- Slow down. Practice sitting down to eat so you can actually “rest and digest” and assimilate your nutrients effectively. If you are always eating on the go (at your desk, in your car, on the soccer field), or standing to eat in your kitchen while doing other tasks (paying bills, doing dishes, yelling at your kids), your body is still in “GO” mode.
- Stay present. I know you’re busy but please try not to multitask all day long. This keeps your nervous system responding with “fight or flight” hormones constantly. Pick one task at a time and be mindful during that task.
BRENDA’S THREE FAVORITE NATURAL “CORTISOL LOWERING” SOLUTIONS
1. Magnesium Citrate with L-Taurine
Magnesium is a mineral that decreases the release of cortisol and is in itself a sleep promoter. See last’s months newsletter; The Sleep Mineral.
I believe most everyone that is experiencing sleep issues will be deficient in magnesium.
The best supplement that I have found for restoring magnesium deficiencies is magnesium citrate with l-taurine (the l-taurine helps escort the magnesium into the cells where it is needed). This product is available in my online store.
GABA (gamma-aminobutyric acid) is your brain’s natural Valium. Actually Valium is one of many tranquilizers designed to mimic or amplify GABA’s naturally calming effects. Taken as a supplement, GABA can not only help you turn off stress reactions after an upset, it can actually help prevent a stressful response when taken prior to an expected ordeal (such as before an exam or getting on an airplane).
It can also be used to reduce what I call “busy brain” and anxiety. (Note: anxiety is often a secondary symptom of low serotonin (refer to this Health Solution Raise Your Seratonin Naturally
GABA will work almost immediately, so you can take it periodically as you need to in specific situations, or you can take it daily to build up your own natural stores again. There is no “hangover” or groggy feeling when using GABA and there are no negative side effects if you abruptly stop taking it.
You will not feel drugged when taking GABA, but you should feel something in the way of an overall calming sensation or ability to focus on the task at hand without distraction. It should not make you drowsy or unable to function as a drug might. If it does not appear to be helping, then it isn’t what you need, and I would suggest trying Holy Basil or Magnesium (Passionflower is another option) instead.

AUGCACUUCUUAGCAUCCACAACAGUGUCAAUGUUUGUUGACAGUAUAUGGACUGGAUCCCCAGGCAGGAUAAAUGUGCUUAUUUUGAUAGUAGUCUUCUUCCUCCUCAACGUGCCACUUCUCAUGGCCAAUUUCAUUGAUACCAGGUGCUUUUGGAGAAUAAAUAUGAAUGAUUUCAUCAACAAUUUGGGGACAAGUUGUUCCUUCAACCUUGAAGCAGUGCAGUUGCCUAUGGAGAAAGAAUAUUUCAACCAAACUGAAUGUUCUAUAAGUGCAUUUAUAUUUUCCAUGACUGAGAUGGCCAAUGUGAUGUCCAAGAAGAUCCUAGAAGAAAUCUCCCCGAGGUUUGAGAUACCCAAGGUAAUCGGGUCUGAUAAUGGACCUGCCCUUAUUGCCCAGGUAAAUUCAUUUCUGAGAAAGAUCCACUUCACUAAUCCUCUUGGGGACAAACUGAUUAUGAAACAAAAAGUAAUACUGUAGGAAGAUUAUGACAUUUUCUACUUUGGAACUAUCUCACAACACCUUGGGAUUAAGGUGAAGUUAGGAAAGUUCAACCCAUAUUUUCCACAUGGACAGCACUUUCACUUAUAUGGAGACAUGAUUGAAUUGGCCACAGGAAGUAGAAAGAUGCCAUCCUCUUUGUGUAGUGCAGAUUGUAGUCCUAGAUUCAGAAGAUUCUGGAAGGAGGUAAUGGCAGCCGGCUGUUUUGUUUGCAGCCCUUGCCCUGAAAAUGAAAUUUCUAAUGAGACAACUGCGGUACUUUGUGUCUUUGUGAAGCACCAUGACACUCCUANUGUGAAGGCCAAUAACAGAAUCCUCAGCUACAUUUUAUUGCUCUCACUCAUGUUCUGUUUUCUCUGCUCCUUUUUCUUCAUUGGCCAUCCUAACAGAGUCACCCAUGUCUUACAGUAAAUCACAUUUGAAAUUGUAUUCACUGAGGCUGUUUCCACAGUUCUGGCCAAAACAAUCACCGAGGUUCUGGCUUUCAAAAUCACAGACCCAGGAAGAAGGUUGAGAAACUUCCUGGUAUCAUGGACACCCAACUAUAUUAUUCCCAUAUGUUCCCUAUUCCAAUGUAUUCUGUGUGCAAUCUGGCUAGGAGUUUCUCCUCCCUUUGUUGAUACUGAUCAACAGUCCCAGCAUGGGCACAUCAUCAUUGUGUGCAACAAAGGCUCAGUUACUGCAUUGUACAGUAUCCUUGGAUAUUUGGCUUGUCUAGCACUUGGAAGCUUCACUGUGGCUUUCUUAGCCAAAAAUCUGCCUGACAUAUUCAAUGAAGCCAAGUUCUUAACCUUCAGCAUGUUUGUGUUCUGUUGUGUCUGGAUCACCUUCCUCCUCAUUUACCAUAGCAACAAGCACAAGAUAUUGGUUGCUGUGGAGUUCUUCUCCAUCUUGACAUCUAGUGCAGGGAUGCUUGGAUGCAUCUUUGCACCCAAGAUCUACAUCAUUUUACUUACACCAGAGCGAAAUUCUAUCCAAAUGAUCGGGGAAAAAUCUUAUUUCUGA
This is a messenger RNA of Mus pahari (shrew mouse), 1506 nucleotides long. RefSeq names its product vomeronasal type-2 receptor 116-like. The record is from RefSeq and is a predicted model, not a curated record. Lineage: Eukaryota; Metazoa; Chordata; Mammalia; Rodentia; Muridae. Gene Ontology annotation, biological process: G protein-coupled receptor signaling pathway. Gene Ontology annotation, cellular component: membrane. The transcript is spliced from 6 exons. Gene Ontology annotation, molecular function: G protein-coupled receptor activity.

Or if GABA alone isn’t enough, you can combine it with Passionflower and/or Holy Basil and/or magnesium.
If you need fast action for an anxiety attack, you can dump the contents of a GABA capsule under your tongue. It will usually start to work in less than five minutes.
Suggested use for sleep: Start with the lesser dosage listed and increase gradually only if you need more calming action. The longer you take GABA, the less you will need.
The GABA I have been recommending for years has 500 mg per capsule (it is available on my online store).
You can take 1 to 3 capsules mid-evening and then 1 to 3 capsules before bed. If you wake up with “busy brain,” you can take 1 to 3 capsules to help you go back to sleep. You can also use different combinations; for example, you may find 1 capsule mid-evening is calming, but you need 2 or 3 capsules before bed to help you fall asleep. Keep in mind GABA is not a sleep aid but its calming action in the brain allows your body to go through its natural processes to fall asleep much more easily.
3. Holy Basil
This herb has stood the test of time, being used in India for thousands of years for its medicinal properties. It is an adaptogen, meaning it brings balance to the entire body and protects from stresses of all kinds which is why it is so great for reducing depression, stress and anxiety.
Holy Basil improves memory, reduces unclear thinking and mental fog. It balances the hormones and helps reduce excess cortisol levels. If you feel “tired but wired” this may be the best herb for you.
Suggested Use: 1 capsule twice daily (after breakfast and lunch is best)
My preferred brand of Holy Basil is available here: